(-kā) A. leech. E. jala, and ak to go, ac aff. jale ākāyate prakā- śate ā-kai-ka .

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Jālaka (जालक).—n.

(-kaṃ) 1. A bud, a germ. 2. An unblown flower. 3. A nest. 4. A net. 5. Pride. 6. A plantain, the fruit. 7. Multitude, assemblage. m.

(-kaḥ) A window, a lattice, a loop or eyelet-hole. f.

(-likā) 1. Armour, chain armour. 2. A kind of cloth or raiment, woollen cloth. 3. A leech. 4. A window. 5. Iron. E. jāla, and kan added, or jal to enclose, vun aff.

Source: Cologne Digital Sanskrit Dictionaries: Benfey Sanskrit-English Dictionary

Jālaka (जालक).—[jāla + ka], I. n. 1. A net, [Pañcatantra] iii. [distich] 179. 2. (m?) A window, [Śiśupālavadha] 9, 39. 3. A bud, [Meghadūta, (ed. Gildemeister.)] 96. Ii. m. The name of a tree, [Bhāgavata-Purāṇa, (ed. Burnouf.)] 8, 2, 18. Iii. f. likā. 1. A net. 2. A coat of mail, [Rāmāyaṇa] 3, 28, 26.

Source: Cologne Digital Sanskrit Dictionaries: Cappeller Sanskrit-English Dictionary

Jālaka (जालक).—[neuter] net, web, grate, grated window, bundle of beeds or flowers, collection, multitude i.[grammar]; [masculine] a kind of tree; [feminine] jālikā net, veil, armour; multitude.

Source: Cologne Digital Sanskrit Dictionaries: Monier-Williams Sanskrit-English Dictionary

1) Jalaka (जलक):—[from jala] n. a conch, [Horace H. Wilson]

2) Jālaka (जालक):—[from jāla] n. a net, woven texture, web (also [figuratively], ‘a multitude’, e. [gana] of tears running down the cheeks etc.), [Śatapatha-brāhmaṇa xiv, 6, 11, 3; Rāmāyaṇa; Suśruta; Śakuntalā; Raghuvaṃśa; Ṛtusaṃhāra]

3) [v.s. ...] (ifc.), [Kathāsaritsāgara]

4) [v.s. ...] a lattice, eyelet, [Pañcatantra iii, 7, 40]

5) [v.s. ...] a lattice-window (m., [cf. Lexicographers, esp. such as amarasiṃha, halāyudha, hemacandra, etc.]), [Śiśupāla-vadha ix, 39]

6) [v.s. ...] a bundle of buds, [Meghadūta; Mālavikāgnimitra v, 4]

7) [v.s. ...] ‘a kind of pearl-ornament’ See -mālin

8) [v.s. ...] a nest, [cf. Lexicographers, esp. such as amarasiṃha, halāyudha, hemacandra, etc.]

9) [v.s. ...] a plantain, [cf. Lexicographers, esp. such as amarasiṃha, halāyudha, hemacandra, etc.]

10) [v.s. ...] illusion, [cf. Lexicographers, esp. such as amarasiṃha, halāyudha, hemacandra, etc.]

11) [v.s. ...] pride, [cf. Lexicographers, esp. such as amarasiṃha, halāyudha, hemacandra, etc.]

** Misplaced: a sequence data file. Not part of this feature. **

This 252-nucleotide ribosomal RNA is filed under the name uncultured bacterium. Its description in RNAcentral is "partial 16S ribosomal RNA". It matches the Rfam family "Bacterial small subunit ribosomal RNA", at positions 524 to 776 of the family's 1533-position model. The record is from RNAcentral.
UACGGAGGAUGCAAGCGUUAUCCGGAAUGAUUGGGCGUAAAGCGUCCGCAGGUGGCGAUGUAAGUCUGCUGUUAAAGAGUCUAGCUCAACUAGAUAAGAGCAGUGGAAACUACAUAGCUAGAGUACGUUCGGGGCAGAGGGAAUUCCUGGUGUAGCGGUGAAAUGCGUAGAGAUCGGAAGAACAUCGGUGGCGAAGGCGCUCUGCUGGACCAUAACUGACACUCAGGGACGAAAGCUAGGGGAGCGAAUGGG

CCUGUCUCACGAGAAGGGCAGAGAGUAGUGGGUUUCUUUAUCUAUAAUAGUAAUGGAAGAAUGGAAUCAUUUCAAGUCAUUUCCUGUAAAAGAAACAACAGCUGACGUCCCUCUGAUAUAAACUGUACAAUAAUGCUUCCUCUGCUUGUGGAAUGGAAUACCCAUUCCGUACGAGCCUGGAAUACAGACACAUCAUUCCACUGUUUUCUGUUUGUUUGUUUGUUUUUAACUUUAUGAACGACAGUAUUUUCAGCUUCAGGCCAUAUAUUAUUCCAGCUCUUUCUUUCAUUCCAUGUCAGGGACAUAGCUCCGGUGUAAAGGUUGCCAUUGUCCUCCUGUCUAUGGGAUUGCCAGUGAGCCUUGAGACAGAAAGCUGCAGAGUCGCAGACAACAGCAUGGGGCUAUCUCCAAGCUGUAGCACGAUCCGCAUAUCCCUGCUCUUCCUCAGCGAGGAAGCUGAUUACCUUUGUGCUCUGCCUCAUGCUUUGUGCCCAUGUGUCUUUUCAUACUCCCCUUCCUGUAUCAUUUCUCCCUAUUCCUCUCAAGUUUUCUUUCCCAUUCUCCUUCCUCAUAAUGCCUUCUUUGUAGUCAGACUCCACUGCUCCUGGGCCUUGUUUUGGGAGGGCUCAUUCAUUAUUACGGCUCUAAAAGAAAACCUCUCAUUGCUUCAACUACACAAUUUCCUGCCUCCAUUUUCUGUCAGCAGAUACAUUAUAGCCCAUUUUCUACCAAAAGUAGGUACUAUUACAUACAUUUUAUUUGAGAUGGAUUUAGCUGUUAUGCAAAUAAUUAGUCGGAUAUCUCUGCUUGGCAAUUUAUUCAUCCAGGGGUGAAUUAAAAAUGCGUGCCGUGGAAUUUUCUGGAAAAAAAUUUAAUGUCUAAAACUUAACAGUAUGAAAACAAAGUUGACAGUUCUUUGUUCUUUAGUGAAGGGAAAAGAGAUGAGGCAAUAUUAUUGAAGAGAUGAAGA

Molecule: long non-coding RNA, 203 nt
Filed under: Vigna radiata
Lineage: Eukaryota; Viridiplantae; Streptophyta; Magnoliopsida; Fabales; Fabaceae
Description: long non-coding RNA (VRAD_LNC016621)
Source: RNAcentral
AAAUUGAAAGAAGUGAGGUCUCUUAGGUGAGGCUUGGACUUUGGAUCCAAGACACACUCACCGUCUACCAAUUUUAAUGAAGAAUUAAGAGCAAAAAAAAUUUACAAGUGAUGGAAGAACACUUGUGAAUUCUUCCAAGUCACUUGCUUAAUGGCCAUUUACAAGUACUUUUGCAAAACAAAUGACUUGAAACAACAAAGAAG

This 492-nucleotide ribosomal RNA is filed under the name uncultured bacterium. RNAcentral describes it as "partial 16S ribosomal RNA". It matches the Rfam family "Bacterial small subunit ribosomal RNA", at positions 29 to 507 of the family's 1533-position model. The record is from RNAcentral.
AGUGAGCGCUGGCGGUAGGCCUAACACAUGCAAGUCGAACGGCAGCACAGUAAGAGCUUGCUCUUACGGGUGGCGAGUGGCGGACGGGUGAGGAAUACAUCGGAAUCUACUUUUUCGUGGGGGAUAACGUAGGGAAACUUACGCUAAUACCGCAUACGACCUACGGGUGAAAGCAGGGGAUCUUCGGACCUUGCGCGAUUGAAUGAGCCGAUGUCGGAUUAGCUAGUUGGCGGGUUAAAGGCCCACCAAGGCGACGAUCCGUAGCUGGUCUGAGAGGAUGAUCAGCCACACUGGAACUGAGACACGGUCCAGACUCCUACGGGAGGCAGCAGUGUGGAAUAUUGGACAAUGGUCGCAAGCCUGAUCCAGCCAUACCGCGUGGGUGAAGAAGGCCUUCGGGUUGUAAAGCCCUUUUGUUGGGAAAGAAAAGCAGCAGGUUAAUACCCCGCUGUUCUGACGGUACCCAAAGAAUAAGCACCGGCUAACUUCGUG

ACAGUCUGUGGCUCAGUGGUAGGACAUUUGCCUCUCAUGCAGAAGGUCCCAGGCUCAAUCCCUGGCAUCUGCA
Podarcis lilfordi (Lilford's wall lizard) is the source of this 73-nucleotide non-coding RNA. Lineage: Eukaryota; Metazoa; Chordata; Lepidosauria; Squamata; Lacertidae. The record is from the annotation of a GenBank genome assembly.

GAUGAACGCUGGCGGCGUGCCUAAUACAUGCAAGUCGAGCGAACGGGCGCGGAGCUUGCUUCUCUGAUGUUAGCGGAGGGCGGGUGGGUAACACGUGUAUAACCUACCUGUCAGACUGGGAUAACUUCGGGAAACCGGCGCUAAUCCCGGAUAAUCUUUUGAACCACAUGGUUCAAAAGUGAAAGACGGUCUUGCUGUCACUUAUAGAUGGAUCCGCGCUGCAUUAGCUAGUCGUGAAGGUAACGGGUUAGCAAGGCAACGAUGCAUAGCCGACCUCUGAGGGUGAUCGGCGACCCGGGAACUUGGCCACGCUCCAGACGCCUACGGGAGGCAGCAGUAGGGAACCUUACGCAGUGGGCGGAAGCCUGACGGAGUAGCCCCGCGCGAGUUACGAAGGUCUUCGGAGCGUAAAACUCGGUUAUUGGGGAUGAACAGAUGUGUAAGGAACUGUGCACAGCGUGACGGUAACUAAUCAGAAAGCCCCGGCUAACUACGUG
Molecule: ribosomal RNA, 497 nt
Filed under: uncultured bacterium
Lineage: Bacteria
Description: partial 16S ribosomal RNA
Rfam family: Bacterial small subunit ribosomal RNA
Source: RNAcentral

12) [v.s. ...] m. Name of a tree, [Bhāgavata-purāṇa viii, 2, 18]

Source: Cologne Digital Sanskrit Dictionaries: Yates Sanskrit-English Dictionary

1) Jalaka (जलक):—(kaṃ) 1. n. A shell, a conch.

2) Jalākā (जलाका):—[jalā+kā] (kā) 1. f. A leech.

3) Jālaka (जालक):—[(kaḥ-likā)] 1. n. A bud; a net; a nest; a plantain; pride. m. A lattice. f. Armour; woollen cloth; a leech; window; iron.

Source: DDSA: Paia-sadda-mahannavo; a comprehensive Prakrit Hindi dictionary (S)

Jālaka (जालक) in the Sanskrit language is related to the Prakrit word: Jālaga.

[Sanskrit to German]

Jalaka in German

context information

Sanskrit, also spelled संस्कृतम् (saṃskṛtam), is an ancient language of India commonly seen as the grandmother of the Indo-European language family (even English!). Closely allied with Prakrit and Pali, Sanskrit is more exhaustive in both grammar and terms and has the most extensive collection of literature in the world, greatly surpassing its sister-languages Greek and Latin.

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Hindi dictionary

Source: DDSA: A practical Hindi-English dictionary

Jālaka (जालक):—(nm) a ploxus; lattice.

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Kannada-English dictionary

Source: Alar: Kannada-English corpus

Jalaka (ಜಲಕ):—[noun] a washing or dipping of a thing, esp. the body, in water or other liquid, steam, etc.; the act of bathing.

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Jalaga (ಜಲಗ):—[noun] = ಜಲಗಾರ [jalagara]1.

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Jaḷaka (ಜಳಕ):—[noun] a washing or dipping of a thing, esp. the body, in water or other liquid, steam, etc.; the act of bathing.

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Jālaka (ಜಾಲಕ):—

1) [noun] a framework or structure of crossed wood or metal strips; lattice.

2) [noun] an opening in the wall of a building for the admission of air or light or both; a window.

3) [noun] a thin, silken material spun by spiders; cobweb.

4) [noun] an unblown flower; a flower-bud.

5) [noun] a group or multitude.

6) [noun] the act or practice of deceiving; an instance of this; deception.

7) [noun] a young growth on a plant, as a stem or branch; a shoot; a sprout.

8) [noun] a person trapped by a net, scheme, plan etc.

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Jāḷaka (ಜಾಳಕ):—

1) [noun] a framework or structure of crossed wood or metal strips; lattice.

2) [noun] an opening in the wall of a building for the admission of air or light or both; a window.

3) [noun] a thin, silken material spun by spiders; cobweb.

4) [noun] an unblown flower; a flower-bud.

5) [noun] a group or multitude.

6) [noun] the act or practice of deceiving; an instance of this; deception.

7) [noun] a young growth on a plant, as a stem or branch; a shoot; a sprout.

8) [noun] a person trapped by a net, scheme, plan etc.

context information

Kannada is a Dravidian language (as opposed to the Indo-European language family) mainly spoken in the southwestern region of India.